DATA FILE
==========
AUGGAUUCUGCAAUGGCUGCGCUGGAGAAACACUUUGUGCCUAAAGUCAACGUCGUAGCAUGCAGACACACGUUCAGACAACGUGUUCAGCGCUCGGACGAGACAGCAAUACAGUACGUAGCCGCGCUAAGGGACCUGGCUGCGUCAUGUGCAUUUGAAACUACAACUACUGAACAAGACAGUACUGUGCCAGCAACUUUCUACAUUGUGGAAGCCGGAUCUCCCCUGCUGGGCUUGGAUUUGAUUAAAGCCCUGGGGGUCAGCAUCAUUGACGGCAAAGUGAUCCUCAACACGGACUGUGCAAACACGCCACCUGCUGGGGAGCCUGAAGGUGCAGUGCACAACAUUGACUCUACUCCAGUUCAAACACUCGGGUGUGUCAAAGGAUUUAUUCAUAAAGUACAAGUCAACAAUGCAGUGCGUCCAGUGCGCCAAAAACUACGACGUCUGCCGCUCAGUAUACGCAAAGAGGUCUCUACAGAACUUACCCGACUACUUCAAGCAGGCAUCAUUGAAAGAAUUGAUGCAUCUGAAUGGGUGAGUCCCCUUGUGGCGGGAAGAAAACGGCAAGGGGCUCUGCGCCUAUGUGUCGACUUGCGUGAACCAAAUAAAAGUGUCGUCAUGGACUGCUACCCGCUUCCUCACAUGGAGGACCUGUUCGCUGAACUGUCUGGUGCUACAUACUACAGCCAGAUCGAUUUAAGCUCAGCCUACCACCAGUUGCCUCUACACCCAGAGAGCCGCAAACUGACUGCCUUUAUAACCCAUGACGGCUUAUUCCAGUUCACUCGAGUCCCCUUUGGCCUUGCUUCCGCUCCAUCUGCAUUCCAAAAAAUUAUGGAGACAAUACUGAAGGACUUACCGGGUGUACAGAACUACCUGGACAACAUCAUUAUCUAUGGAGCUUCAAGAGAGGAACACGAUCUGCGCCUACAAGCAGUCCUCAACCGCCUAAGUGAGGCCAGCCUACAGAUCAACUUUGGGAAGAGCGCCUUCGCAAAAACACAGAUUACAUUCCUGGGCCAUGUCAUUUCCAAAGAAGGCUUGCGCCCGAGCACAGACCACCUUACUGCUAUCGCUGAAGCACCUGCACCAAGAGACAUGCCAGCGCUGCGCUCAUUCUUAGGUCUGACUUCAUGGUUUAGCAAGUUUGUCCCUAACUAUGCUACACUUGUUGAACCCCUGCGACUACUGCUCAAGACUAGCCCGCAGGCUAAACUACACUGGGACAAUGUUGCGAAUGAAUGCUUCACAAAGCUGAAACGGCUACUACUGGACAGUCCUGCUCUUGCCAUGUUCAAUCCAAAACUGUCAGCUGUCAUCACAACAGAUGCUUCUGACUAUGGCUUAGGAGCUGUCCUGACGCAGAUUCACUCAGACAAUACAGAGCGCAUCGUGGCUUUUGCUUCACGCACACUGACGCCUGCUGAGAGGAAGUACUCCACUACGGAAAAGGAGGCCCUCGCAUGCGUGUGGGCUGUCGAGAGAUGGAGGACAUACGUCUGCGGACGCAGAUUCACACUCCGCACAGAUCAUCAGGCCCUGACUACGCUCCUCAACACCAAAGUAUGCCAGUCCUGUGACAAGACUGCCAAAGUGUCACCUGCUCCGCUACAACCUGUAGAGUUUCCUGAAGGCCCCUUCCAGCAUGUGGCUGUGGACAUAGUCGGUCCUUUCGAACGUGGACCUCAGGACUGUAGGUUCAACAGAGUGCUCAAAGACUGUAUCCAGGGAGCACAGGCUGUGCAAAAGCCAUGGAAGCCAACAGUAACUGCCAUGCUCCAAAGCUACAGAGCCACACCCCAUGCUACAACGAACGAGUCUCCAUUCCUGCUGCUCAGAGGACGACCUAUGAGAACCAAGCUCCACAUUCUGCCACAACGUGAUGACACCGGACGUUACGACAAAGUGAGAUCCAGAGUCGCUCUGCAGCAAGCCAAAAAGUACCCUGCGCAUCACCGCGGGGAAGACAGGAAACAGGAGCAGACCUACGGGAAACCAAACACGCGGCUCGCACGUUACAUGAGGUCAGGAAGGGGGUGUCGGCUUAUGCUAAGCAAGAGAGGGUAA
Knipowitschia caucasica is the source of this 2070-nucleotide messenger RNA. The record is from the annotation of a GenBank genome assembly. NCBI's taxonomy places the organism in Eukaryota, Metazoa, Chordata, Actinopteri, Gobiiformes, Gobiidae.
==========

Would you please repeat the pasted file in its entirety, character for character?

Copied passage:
AUGGAUUCUGCAAUGGCUGCGCUGGAGAAACACUUUGUGCCUAAAGUCAACGUCGUAGCAUGCAGACACACGUUCAGACAACGUGUUCAGCGCUCGGACGAGACAGCAAUACAGUACGUAGCCGCGCUAAGGGACCUGGCUGCGUCAUGUGCAUUUGAAACUACAACUACUGAACAAGACAGUACUGUGCCAGCAACUUUCUACAUUGUGGAAGCCGGAUCUCCCCUGCUGGGCUUGGAUUUGAUUAAAGCCCUGGGGGUCAGCAUCAUUGACGGCAAAGUGAUCCUCAACACGGACUGUGCAAACACGCCACCUGCUGGGGAGCCUGAAGGUGCAGUGCACAACAUUGACUCUACUCCAGUUCAAACACUCGGGUGUGUCAAAGGAUUUAUUCAUAAAGUACAAGUCAACAAUGCAGUGCGUCCAGUGCGCCAAAAACUACGACGUCUGCCGCUCAGUAUACGCAAAGAGGUCUCUACAGAACUUACCCGACUACUUCAAGCAGGCAUCAUUGAAAGAAUUGAUGCAUCUGAAUGGGUGAGUCCCCUUGUGGCGGGAAGAAAACGGCAAGGGGCUCUGCGCCUAUGUGUCGACUUGCGUGAACCAAAUAAAAGUGUCGUCAUGGACUGCUACCCGCUUCCUCACAUGGAGGACCUGUUCGCUGAACUGUCUGGUGCUACAUACUACAGCCAGAUCGAUUUAAGCUCAGCCUACCACCAGUUGCCUCUACACCCAGAGAGCCGCAAACUGACUGCCUUUAUAACCCAUGACGGCUUAUUCCAGUUCACUCGAGUCCCCUUUGGCCUUGCUUCCGCUCCAUCUGCAUUCCAAAAAAUUAUGGAGACAAUACUGAAGGACUUACCGGGUGUACAGAACUACCUGGACAACAUCAUUAUCUAUGGAGCUUCAAGAGAGGAACACGAUCUGCGCCUACAAGCAGUCCUCAACCGCCUAAGUGAGGCCAGCCUACAGAUCAACUUUGGGAAGAGCGCCUUCGCAAAAACACAGAUUACAUUCCUGGGCCAUGUCAUUUCCAAAGAAGGCUUGCGCCCGAGCACAGACCACCUUACUGCUAUCGCUGAAGCACCUGCACCAAGAGACAUGCCAGCGCUGCGCUCAUUCUUAGGUCUGACUUCAUGGUUUAGCAAGUUUGUCCCUAACUAUGCUACACUUGUUGAACCCCUGCGACUACUGCUCAAGACUAGCCCGCAGGCUAAACUACACUGGGACAAUGUUGCGAAUGAAUGCUUCACAAAGCUGAAACGGCUACUACUGGACAGUCCUGCUCUUGCCAUGUUCAAUCCAAAACUGUCAGCUGUCAUCACAACAGAUGCUUCUGACUAUGGCUUAGGAGCUGUCCUGACGCAGAUUCACUCAGACAAUACAGAGCGCAUCGUGGCUUUUGCUUCACGCACACUGACGCCUGCUGAGAGGAAGUACUCCACUACGGAAAAGGAGGCCCUCGCAUGCGUGUGGGCUGUCGAGAGAUGGAGGACAUACGUCUGCGGACGCAGAUUCACACUCCGCACAGAUCAUCAGGCCCUGACUACGCUCCUCAACACCAAAGUAUGCCAGUCCUGUGACAAGACUGCCAAAGUGUCACCUGCUCCGCUACAACCUGUAGAGUUUCCUGAAGGCCCCUUCCAGCAUGUGGCUGUGGACAUAGUCGGUCCUUUCGAACGUGGACCUCAGGACUGUAGGUUCAACAGAGUGCUCAAAGACUGUAUCCAGGGAGCACAGGCUGUGCAAAAGCCAUGGAAGCCAACAGUAACUGCCAUGCUCCAAAGCUACAGAGCCACACCCCAUGCUACAACGAACGAGUCUCCAUUCCUGCUGCUCAGAGGACGACCUAUGAGAACCAAGCUCCACAUUCUGCCACAACGUGAUGACACCGGACGUUACGACAAAGUGAGAUCCAGAGUCGCUCUGCAGCAAGCCAAAAAGUACCCUGCGCAUCACCGCGGGGAAGACAGGAAACAGGAGCAGACCUACGGGAAACCAAACACGCGGCUCGCACGUUACAUGAGGUCAGGAAGGGGGUGUCGGCUUAUGCUAAGCAAGAGAGGGUAA
Knipowitschia caucasica is the source of this 2070-nucleotide messenger RNA. The record is from the annotation of a GenBank genome assembly. NCBI's taxonomy places the organism in Eukaryota, Metazoa, Chordata, Actinopteri, Gobiiformes, Gobiidae.